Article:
Spoleto 2009 » Theater

Quills' mighty pen only narrowly bests this production's solid sword.

Robbie Thomas savors every word as the saucy saucy Marquis de Sade

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In debating his bawdy, infamous tales, the Marquis de Sade forcefully argues that his stories are simply designed to entertain — there is no message to be found.

However, there is a message in Quills, but we're afraid that saying more than that would spoil it. And who would want that kind of release sucked dry so quickly when it can be massaged and gently stroked in a two-hour jaunt through the greatest hits of human depravity?

Writer Doug Wright's first production of Quills was more than a decade ago, but his tale of the thought police and the dangers of limiting our literary lexicon is just as biting. The fresh debate in 2009 over torture actually may give the production a more literal relevance than its allegorical intentions. In the tale, we see the Marquis' last years, locked up in a mental hospital and desperate to put his pen to paper and get out his writings — both salacious and debauched.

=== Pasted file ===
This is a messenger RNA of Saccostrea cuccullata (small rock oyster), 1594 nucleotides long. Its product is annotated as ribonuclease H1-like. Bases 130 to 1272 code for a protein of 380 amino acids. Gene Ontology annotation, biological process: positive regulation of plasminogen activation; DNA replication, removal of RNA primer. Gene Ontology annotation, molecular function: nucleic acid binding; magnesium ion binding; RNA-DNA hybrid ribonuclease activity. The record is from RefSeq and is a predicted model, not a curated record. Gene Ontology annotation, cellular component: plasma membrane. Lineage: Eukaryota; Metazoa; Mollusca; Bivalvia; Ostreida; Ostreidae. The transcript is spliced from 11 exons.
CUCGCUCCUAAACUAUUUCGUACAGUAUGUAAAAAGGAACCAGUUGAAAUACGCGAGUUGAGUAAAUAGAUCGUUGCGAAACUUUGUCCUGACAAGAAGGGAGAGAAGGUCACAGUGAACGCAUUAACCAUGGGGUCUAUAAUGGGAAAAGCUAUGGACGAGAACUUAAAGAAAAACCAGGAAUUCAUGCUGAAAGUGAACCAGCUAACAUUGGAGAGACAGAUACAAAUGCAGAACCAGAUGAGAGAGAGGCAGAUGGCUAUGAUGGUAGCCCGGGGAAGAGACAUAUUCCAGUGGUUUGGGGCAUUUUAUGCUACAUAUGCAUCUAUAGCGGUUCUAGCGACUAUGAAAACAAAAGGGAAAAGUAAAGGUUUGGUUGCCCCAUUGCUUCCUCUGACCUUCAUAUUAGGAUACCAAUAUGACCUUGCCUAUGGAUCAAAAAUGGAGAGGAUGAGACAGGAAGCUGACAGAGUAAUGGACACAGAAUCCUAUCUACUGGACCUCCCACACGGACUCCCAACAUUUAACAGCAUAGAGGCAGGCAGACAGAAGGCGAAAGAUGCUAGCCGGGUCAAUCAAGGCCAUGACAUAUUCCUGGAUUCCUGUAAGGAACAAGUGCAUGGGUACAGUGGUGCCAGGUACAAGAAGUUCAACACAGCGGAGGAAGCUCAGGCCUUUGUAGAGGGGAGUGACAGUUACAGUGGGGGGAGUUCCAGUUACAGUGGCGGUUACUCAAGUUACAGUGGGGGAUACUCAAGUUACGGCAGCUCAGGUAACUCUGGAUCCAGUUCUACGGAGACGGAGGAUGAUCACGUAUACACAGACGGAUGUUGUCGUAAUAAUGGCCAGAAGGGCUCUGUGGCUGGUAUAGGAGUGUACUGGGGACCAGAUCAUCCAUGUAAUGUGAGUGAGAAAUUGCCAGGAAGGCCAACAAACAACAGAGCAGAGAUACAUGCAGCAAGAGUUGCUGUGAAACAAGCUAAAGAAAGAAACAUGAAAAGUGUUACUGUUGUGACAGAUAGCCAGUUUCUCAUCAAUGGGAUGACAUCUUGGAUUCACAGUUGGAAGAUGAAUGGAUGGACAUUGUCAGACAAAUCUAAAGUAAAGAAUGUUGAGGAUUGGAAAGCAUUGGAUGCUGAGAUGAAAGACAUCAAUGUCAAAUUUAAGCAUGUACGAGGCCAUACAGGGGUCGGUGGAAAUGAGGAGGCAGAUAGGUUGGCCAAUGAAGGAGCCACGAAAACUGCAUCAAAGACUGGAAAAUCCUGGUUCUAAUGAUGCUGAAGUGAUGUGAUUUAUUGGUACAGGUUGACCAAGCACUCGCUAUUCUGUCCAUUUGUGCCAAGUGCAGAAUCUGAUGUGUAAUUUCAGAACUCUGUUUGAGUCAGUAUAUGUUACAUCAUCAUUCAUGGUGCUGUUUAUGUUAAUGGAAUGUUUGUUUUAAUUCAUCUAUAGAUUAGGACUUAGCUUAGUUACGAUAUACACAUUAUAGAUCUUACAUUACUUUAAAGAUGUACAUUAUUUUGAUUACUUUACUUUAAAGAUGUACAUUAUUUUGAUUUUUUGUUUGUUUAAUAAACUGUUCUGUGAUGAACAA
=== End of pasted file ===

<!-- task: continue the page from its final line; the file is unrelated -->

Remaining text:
The production, featuring CofC students and alumni — is in good hands. The staging is excellent and puts to good use every disadvantage of a small theater — right down to the loud door the audience first uses to enter. Like the Marquis' stories, it's only when we you get a little deeper into the tale that you understand the genius of the design.

Sam McCalla does the heavy lifting as the Marquis' jailer and priest, Abbe de Coulmier. McCalla seems to get to Abbe's conflicted nature a little late, but his frustration at the Marquis and the writer's unwillingness to recognize his own perversion envelopes the audience in scene after scene and makes the character's final lot all the more bittersweet.

In the end we'd like to have given these talented young actors a little more time. The Abbe's lines are rightly delivered in an exasperated rush. But the rest of Wright's words, like the Marquis, are meant to be rolled around the tongue — with each picked fruit put to good use before moving on.

As the saucy Marquis, Robbie Thomas savored every word. But the two-hour run time left a few other actors tripping over wonderful dialogue as they were forced to rush through. In the end, the production still went a little long, but could have gone longer and been even more delicious.

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